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Bob Jensen, senior managing director, Strat3 Limited Liability Company in Annandale, Va., talks about the value of collaboration as part of the "Cyber Security, Social Media and Strategic Communications" panel discussion May 5 during the Program on Cyber Security Studies Community of Interest Workshop – "Emergent Challenges: Practitioner Action" – at the George C. Marshall European Center for Security Studies in Garmisch-Partenkirchen, Germany. (DOD photo by Christine June /RELEASED)

GARMISCH-PARTENKIRCHEN, Germany (May 6, 2015) – Bob Jensen, senior managing director, Strat3 Limited Liability Company in Annandale, Va., talks about the value of collaboration as part of the "Cyber Security, Social Media and Strategic Communications" panel discussion May 5 during the Program on Cyber Security Studies Community of Interest Workshop – "Emergent Challenges: Practitioner Action" – at the George C. Marshall European Center for Security Studies here.

The other panel member was Mark Pfeifle, the founder and president of Off the Record Strategies, a public relations and strategy company in Washington, D.C.

Jensen brings more than 34 years of experience across a broad spectrum of assignments both inside and outside of the U.S. Government, most recently as the Principal Deputy Assistant Secretary for Public Affairs for the U.S. Department of Homeland Security, where he ensured U.S. government communication efforts had the effect and outcomes needed to save lives, maintain public confidence and address complex international situations. He also provided oversight and input to risk assessments and strategy development for U.S. national security issues including cyber security, natural disasters, pandemics, counter-proliferation and counterterrorism.

He led the U.S. government on-the-ground crisis communications efforts after the massive earthquake in Haiti, for the Deepwater Horizon oil spill and for 30 major disasters in the U.S. for FEMA including Hurricane Sandy.

Jensen also served as a spokesman for the White House's National Security Council as well as for the U.S. Embassy in Baghdad and led on the ground efforts to assess and improve coalition strategic communication effectiveness in Iraq and Afghanistan during four combat zone tours.

A Fulbright Program alumni and an International Advisory Committee member for the Centre for Disaster Management and Public Safety at the University of Melbourne, he has been a keynote speaker at conferences in Australia, New Zealand, Canada and the U.S.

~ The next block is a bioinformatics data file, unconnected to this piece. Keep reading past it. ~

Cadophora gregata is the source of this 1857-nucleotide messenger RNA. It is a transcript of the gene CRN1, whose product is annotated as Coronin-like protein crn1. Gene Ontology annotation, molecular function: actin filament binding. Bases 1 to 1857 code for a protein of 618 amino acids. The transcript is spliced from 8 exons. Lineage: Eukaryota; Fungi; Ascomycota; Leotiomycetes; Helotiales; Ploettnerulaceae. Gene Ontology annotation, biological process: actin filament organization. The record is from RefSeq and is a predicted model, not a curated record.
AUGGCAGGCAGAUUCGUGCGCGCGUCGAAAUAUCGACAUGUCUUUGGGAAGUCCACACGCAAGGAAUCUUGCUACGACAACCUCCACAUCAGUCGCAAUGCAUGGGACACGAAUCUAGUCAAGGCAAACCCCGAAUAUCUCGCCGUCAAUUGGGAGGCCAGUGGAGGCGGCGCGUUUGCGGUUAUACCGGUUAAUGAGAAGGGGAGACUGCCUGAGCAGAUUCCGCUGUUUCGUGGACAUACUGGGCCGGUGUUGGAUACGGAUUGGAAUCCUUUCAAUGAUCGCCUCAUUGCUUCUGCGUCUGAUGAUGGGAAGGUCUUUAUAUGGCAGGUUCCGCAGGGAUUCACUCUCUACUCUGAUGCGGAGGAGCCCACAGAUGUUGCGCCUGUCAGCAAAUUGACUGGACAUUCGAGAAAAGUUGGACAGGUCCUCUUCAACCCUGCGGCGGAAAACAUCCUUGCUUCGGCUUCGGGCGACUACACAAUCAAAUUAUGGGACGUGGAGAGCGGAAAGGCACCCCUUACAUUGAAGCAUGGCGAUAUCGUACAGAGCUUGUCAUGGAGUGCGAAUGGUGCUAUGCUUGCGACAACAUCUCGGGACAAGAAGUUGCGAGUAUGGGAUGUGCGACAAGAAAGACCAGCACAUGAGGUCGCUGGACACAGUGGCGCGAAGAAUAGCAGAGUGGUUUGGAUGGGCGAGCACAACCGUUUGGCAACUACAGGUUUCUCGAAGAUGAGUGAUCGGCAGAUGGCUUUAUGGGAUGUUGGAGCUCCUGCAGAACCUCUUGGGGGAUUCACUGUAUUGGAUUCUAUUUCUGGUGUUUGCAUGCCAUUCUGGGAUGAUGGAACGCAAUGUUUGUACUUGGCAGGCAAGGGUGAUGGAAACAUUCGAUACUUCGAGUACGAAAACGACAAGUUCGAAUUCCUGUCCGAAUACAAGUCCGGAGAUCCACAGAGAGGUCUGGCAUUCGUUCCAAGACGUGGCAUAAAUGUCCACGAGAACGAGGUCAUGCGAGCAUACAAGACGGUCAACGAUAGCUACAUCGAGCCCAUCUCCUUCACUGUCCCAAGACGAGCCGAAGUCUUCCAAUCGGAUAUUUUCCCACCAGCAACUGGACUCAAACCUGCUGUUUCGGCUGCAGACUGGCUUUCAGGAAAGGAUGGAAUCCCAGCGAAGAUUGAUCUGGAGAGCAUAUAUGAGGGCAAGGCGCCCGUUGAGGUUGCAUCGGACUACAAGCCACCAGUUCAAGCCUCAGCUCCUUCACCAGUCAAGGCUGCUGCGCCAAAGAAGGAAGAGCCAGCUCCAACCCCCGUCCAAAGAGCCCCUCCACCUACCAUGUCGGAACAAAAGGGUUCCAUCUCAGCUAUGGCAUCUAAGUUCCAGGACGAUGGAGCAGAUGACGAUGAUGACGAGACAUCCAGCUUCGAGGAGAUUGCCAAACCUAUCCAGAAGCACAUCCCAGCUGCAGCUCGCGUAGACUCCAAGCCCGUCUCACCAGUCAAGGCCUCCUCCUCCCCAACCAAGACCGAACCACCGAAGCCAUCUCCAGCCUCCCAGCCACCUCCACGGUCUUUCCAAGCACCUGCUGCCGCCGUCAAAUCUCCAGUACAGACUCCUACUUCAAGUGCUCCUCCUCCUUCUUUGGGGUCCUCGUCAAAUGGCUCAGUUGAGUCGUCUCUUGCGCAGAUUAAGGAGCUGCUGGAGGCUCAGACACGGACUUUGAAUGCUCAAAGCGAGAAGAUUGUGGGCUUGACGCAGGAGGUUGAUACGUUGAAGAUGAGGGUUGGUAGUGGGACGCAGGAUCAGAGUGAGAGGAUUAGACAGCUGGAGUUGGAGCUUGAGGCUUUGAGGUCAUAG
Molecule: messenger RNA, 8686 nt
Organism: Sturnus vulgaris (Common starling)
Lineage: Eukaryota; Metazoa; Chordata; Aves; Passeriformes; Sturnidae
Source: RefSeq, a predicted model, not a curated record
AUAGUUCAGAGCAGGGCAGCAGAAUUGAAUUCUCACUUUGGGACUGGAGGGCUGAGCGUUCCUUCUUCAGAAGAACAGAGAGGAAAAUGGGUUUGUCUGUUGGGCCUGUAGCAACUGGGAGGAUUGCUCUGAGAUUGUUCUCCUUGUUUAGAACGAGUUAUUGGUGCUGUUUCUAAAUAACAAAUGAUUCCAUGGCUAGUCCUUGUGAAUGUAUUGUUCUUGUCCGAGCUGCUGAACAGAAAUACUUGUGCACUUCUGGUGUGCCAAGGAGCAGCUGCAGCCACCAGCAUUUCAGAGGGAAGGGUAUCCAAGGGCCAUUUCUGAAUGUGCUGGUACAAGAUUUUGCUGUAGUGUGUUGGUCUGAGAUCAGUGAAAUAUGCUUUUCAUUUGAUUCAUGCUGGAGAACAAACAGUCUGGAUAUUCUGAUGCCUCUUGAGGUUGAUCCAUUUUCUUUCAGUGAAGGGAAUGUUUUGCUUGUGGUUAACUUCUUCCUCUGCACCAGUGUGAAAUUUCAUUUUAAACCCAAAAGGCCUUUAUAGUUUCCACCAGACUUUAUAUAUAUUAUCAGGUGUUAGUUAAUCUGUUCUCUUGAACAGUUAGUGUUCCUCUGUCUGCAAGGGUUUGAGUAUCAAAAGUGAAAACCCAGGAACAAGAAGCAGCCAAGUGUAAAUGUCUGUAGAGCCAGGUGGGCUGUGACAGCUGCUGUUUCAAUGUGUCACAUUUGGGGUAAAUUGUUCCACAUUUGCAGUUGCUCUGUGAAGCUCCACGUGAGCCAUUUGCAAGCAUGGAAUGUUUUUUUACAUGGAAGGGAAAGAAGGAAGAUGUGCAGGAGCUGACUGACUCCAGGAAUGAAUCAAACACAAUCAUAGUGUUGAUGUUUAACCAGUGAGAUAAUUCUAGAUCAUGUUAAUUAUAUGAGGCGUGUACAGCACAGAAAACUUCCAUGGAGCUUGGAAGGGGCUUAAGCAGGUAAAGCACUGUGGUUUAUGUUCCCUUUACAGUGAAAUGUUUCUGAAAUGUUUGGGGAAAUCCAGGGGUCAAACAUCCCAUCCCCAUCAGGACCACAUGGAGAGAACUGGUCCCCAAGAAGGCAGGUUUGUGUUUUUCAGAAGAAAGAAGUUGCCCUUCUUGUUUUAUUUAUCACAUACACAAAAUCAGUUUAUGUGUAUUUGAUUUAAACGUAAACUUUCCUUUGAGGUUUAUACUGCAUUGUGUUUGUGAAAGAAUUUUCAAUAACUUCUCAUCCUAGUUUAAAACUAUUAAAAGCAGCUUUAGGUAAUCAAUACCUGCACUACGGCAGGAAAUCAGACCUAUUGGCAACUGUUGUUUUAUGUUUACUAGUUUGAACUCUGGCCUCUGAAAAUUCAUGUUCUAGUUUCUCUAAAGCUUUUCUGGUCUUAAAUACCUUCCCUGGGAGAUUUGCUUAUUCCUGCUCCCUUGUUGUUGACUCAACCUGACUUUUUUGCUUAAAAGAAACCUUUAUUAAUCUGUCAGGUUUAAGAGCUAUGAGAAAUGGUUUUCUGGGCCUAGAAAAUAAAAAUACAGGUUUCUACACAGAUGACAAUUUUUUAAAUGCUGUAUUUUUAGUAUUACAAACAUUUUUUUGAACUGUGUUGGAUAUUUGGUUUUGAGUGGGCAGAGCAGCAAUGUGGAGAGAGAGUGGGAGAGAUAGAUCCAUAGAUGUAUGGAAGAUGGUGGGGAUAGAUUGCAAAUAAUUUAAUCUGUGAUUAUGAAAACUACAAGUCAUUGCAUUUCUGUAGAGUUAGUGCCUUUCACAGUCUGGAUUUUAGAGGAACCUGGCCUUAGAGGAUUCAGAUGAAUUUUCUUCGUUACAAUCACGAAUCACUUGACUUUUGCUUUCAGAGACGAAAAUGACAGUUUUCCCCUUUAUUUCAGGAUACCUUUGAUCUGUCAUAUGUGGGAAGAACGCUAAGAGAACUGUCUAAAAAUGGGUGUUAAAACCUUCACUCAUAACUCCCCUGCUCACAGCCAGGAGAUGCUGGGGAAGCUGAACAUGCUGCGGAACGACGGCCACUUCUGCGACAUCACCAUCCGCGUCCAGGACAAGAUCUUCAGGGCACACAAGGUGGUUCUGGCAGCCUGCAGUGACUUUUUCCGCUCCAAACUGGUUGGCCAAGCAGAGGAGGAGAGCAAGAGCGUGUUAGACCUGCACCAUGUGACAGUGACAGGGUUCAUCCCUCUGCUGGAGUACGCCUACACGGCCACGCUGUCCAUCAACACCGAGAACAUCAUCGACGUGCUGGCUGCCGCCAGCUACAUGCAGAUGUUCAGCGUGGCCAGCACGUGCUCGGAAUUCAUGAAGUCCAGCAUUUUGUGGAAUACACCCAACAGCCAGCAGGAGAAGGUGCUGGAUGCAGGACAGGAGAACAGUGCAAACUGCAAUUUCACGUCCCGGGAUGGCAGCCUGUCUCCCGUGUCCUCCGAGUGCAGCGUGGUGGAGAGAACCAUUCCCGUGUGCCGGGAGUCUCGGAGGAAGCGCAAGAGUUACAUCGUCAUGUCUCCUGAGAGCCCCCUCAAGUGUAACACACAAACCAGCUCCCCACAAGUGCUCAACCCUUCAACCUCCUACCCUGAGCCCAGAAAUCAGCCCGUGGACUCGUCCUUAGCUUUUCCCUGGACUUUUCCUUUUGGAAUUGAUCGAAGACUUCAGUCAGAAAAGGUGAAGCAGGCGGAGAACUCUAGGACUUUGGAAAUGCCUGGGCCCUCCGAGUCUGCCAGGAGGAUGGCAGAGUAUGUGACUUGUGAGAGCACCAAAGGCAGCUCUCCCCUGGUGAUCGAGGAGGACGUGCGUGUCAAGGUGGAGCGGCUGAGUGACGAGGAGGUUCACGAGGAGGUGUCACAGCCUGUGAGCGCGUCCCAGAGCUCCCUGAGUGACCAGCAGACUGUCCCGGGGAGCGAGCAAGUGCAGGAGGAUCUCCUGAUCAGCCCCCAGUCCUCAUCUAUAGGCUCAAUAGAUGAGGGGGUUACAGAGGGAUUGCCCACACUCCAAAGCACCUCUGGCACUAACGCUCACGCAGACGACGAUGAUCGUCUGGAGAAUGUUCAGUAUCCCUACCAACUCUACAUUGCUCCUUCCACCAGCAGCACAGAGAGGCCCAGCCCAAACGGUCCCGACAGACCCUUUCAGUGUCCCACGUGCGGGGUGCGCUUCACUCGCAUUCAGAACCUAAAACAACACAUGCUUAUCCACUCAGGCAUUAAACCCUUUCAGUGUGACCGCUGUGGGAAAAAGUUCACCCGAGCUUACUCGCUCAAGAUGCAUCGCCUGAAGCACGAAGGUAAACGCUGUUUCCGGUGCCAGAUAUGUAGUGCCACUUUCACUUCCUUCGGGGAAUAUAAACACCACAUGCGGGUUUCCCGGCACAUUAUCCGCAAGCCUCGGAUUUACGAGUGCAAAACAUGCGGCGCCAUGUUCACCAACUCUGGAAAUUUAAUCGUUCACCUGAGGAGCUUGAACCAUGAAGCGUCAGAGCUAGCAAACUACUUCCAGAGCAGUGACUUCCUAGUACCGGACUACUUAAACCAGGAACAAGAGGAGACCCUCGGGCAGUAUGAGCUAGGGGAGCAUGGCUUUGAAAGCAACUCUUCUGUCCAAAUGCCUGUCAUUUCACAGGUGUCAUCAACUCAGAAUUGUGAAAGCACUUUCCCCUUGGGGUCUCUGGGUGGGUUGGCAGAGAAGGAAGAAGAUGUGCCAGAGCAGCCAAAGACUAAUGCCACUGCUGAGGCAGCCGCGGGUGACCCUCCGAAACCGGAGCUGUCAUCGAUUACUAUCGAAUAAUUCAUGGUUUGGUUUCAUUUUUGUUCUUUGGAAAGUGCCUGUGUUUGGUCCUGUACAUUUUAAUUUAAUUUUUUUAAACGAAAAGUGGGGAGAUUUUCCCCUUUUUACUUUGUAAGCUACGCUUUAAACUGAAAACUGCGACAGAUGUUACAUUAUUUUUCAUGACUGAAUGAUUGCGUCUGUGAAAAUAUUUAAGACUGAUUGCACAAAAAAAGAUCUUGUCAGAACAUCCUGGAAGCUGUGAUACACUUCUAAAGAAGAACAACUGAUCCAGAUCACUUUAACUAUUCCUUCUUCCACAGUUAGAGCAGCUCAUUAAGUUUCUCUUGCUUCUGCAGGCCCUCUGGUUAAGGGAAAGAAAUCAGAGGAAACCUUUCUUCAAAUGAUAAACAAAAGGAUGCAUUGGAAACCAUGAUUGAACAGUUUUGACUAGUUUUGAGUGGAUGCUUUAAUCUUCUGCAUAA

The Marshall Center invited 60 cyber security experts and cyber practitioners to this special forum to address international, multi-stakeholder, and public-private-partnership security challenges in the cyber domain.

Out of the number of attendees, 29 are Marshall Center alumni, with 15 from PCSS, nine from the Program on Applied Security Studies, three from the Program on Terrorism Security Studies, and one from the Senior Executive Seminar and Program on Security Sector Capacity Building. There are also alum from the Marshall Center's regional sister centers: five from Daniel K. Inouye Asia-Pacific Center for Security Studies; three from William Perry Center for Hemispheric Defense Studies; and, three from Africa Center for Security Studies. In addition, there are 12 participants from Ukraine.

Beside Ukraine, participants hail from 37 additional countries: Albania, Armenia; Azerbaijan; Bosnia and Herzegovina; Botswana; Brazil; Bulgaria; Chile; Colombia; Czech Republic; Estonia; Georgia; Ghana; Guyana; Indonesia; Kosovo; Latvia; Lebanon; Lesotho; Macedonia; Malaysia; Moldova; Netherlands; Nigeria; Philippines; Portugal; Romania; Senegal; Serbia; Swaziland; Thailand; Trinidad and Tobago; Tunisia; Uganda; United States; and, Uzbekistan.

This international collective of participants will examine the current cyber security challenges and discuss pragmatic ways to effectively counter cyber threats.

The workshop will focus on opportunities to build partnership capacity and regional cooperation by discussing best practices for improving cyber security. The critical theme behind this workshop examines the importance of combating the nefarious use of the cyber domain by actors engaged in terrorism and transnational challenges.

It will emphasize strategy and planning within the framework of whole-of-government, public-private partnership, and international cooperation. The workshop helps participants appreciate the nature and magnitude of today's threats and develops a common understanding of the lexicon, best practices and current cyber security initiatives within the public and private cyber sectors.

It incorporates lectures by world-renowned experts in cyber security and each lecture is followed by seminar discussions that promote experience sharing and networking among participants.

The program is tailored for officials responsible for developing or influencing cyber strategies, legislation, and policies.

The workshop is an element of the Marshall Center's new Program on Cyber Security Studies, which conducted its first resident course in December 2014.